This particular building happens to be near the Van Gogh museum, but it is an example of architecture you will find all over old Amsterdam. Near the roof line on buildings like this, you will see a beam and hook protruding. They are everywhere. We asked, and confirmed our guess: these were/are used for hauling up furniture and other items into upper floors of a building. In many cases, stairways and hallways are too narrow and with twists and turns, to carry furniture upward, from the inside.
The building on the right hand side in this photo is the Van Gogh museum. I tried to get a sense of the long line of people waiting to get in; lines stretch not only to the left, but also to the right of the building, and around the block. This was a bit past noon; we decided to bypass this, and come back for opening time the next morning.
This shot is just a random old door we passed by in our walk. I like the colors and texture.
The Diary of Anne Frank
Now we are about to enter the Anne Frank house, which is only one block from our hotel. The lines here wrap around the building and to the left, and would likely take hours to navigate just to get in. Fortunately, one of our friends had the forethought to book an appointment and buy advance tickets online, which turned out to be a timesaver. If you have advance tickets, you can enter by a door on the side. If you try to get in on the spot, you are going to have a long wait.
You can read about Anne Frank from many online articles, or start from the house official website here. Many of you are of course already well aware of what Anne, her family, and four other people went through, hiding from the Nazis until they were discovered and sent off to the concentration camps. Anne herself died presumably of typhus, at Auschwitz.
It is humbling to walk through the building, and climb the steep narrow staircases to the upper levels where they hid. The building is kept dark, and quiet, much as it must have been in those days. Most furniture has been removed, perhaps for the practicality of moving visitors through the house and among the rooms in an orderly fashion.
One thing that I found distasteful is the barrage of Samsung logos now scattered throughout the house. There are video monitors here and there showing short clips, interviews, brief documentary segments, and so on. Each of these monitors has attached to it a blazing Samsung logo. Not the kind of logo you might have on a monitor or TV at home, but an illuminated, glaring, IN-YOUR-FACE Samsung logo. Tacky and distracting. Shame on whoever is responsible for that hideousness.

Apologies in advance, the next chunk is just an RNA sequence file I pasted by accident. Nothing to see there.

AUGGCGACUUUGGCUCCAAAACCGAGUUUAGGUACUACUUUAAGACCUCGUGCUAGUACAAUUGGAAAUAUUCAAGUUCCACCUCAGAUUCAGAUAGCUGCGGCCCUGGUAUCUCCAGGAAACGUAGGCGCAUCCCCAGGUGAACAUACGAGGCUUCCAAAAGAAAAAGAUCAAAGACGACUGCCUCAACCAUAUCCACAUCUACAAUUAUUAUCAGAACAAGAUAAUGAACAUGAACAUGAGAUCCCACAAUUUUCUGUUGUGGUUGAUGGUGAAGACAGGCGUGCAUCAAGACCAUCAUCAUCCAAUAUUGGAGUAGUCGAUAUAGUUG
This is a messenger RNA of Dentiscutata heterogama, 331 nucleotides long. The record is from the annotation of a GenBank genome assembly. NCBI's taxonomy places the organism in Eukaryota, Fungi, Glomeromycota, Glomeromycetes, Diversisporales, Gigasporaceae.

Here is a view of the facade of the building, looking up from sidewalk level.
The Anne Frank house is adjacent to one of Amsterdam's canals, and this view is looking from the front of the building, directly across the canal. Moored nearby is one of many many houseboats that are seemingly everywhere.
On our next full day in Amsterdam, we started out the morning at the Van Gogh museum. The exhibits are mostly tough to photograph as the rooms are fairly dark; you cross into that area where shutter speed is going to be too slow for hand-held, and flash is not permitted and would look crappy anyway. But here's a view of a staircase inside the museum. I'm a sucker for crisp, clean lines like this:
If you look closely at many Van Gogh works, you will see strokes reminiscent of the patterns on the glass doors and windows:
As you wander about and read the various descriptions of Van Gogh works, you put together a profile of a man who didn't set out to be an artist, really wasn't a natural, had to be taught basic techniques on up, and spent lots of time using geometrical rigs to replicate the works of others on different scales. When you put it all together, it's tempting to wonder what all the fuss was about. But, some of the works are truly amazing. So there's that.
Sights of the city
As you walk around old Amsterdam, you are surrounded by so many fascinating things to look at. Here we see a juxtaposition of small boats, cars, bikes, water, and sidewalks all sharing the same cramped space.
Another view, at another location. Do you wonder if people parking their cars ever go just a liiiiiiiitle bit too close to the edge of the canal?
And of course, buildings that abut the canals directly. This is not far from the famous red light district:
By the way, we were told that photographs are not "appreciated" in the red light district, and that some of the "business workers" in the area can be aggressive toward photographers. We wandered through the area, looked around, verified that yes indeed there are women standing in the windows available for customers. We did not partake.
Here, a tour boat navigates a narrow section of canal, near a lock.
We were in Amsterdam during the local Pride week. Banners were visible in many places. The main Pride events were scheduled to take place after we were to be well on our way on the cruise. Sometimes our timing sucks. Oh well.
This street is dotted with Asian restaurants, and rainbow flags. Who could ask for anything more?
We stopped for coffee and a pastry at a little cafe along the way. Their storefront was on a street much like the photo above; the seating area is downstairs, where you will find an open window that looks directly (and somewhat precariously) onto the canal, with this view:
Many of the buildings are very very old indeed, and wood pilings driven deep into the ground have crumbled or tilted in various ways. Especially close to the canals, it is not unusual to see buildings leaning against one another, as in this photo. One wonders, inside some of these, what it is like to walk across the floor.
And another view, elsewhere:
This is a terrible composition, with the tree sitting in the direct path of the camera's view of this little pub/restaurant. But it's the only angle I could get that clearly shows the lean of this building. I don't think the "Closed" sign means the building is permanently closed by any means; it's just not open for business at that particular time of day.